An Ominous Trial Balloon – DHS Considers Taking Control Of America’s Election Security

Here’s a rather chilling liberty-threatening idea I couldn’t have conjured up, even in my conspiratorial mind.  But a very powerful public official has already been talking about it.

The head of the Department of Homeland Security, Jeh Johnson, floated a trial balloon at a conference earlier this month, as reported today by the Washington Times – the idea of which is a centralized takeover of America’s national elections security by the DHS.  Worried yet?  Read on.  Here’s a bit from the Times report by Paul Bedard:

Even before the FBI identified new cyber attacks on two separate state election boards, the Department of Homeland Security began considering declaring the election a “critical infrastructure,” giving it the same control over security it has over Wall Street and and the electric power grid.

The latest admissions of attacks could speed up that effort possibly including the upcoming presidential election, according to officials.

“We should carefully consider whether our election system, our election process, is critical infrastructure like the financial sector, like the power grid,” Homeland Security Secretary Jeh Johnson said.

“There’s a vital national interest in our election process, so I do think we need to consider whether it should be considered by my department and others critical infrastructure,” he said at media conference earlier this month hosted by the Christian Science Monitor…

There are two magical words – critical infrastructure.

…Johnson also said that the big issue at hand is that there isn’t a central election system since the states run elections. “There’s no one federal election system. There are some 9,000 jurisdictions involved in the election process,” Johnson said…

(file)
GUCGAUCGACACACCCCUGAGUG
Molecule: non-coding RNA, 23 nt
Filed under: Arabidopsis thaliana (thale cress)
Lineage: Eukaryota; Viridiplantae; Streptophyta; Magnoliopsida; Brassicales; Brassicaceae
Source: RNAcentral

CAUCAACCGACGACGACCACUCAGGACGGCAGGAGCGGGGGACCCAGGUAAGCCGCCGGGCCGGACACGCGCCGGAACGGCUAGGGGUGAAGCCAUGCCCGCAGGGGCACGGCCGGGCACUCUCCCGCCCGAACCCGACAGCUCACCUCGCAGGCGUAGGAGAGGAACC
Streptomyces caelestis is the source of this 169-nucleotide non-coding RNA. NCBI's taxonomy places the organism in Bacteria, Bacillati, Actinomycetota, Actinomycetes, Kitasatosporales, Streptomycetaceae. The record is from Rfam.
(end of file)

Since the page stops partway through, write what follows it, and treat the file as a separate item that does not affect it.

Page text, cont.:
Yes.  It’s true.  There is no one federal election system.  The elections are held in the individual states.  Mr. Johnson sees that as the big issue at hand.  Read that one again carefully.

If DHS summarily takes this election oversight authority from the individual states, what is to stop the federal government from just getting rid of this pesky multi-jurisdictional problem altogether – by simply centralizing the state legislatures themselves under the auspices of the DHS?

Have I gone too far here?  Well, let’s see.

If I am reading this report and Mr. Johnson’s statements correctly (gee, I hope I have it all wrong), should the DHS “and others” suddenly deem that the upcoming national election, which is Constitutionally conducted in the form of dozens of individual elections held throughout the various states and U.S. territories, is critical infrastructure, Mr. Johnson could arbitrarily strip the individual states of their lawful authority to monitor their elections – and centralize the control of election security – whatever that means.

And I suppose election security will mean whatever Mr. Johnson and his colleagues in the omniscient DHS (thank you President George W. Bush) say it means.

Perhaps, counting the votes?

Needless to say, a declaration of critical infrastructure like this would be a radical move into uncharted territory for the nation and the electorate.  It would be a usurpation of powers currently held by the individual states.  It would constitute a massive takeover of powers, accomplished without a Constitutional amendment and without an act of Congressional legislation.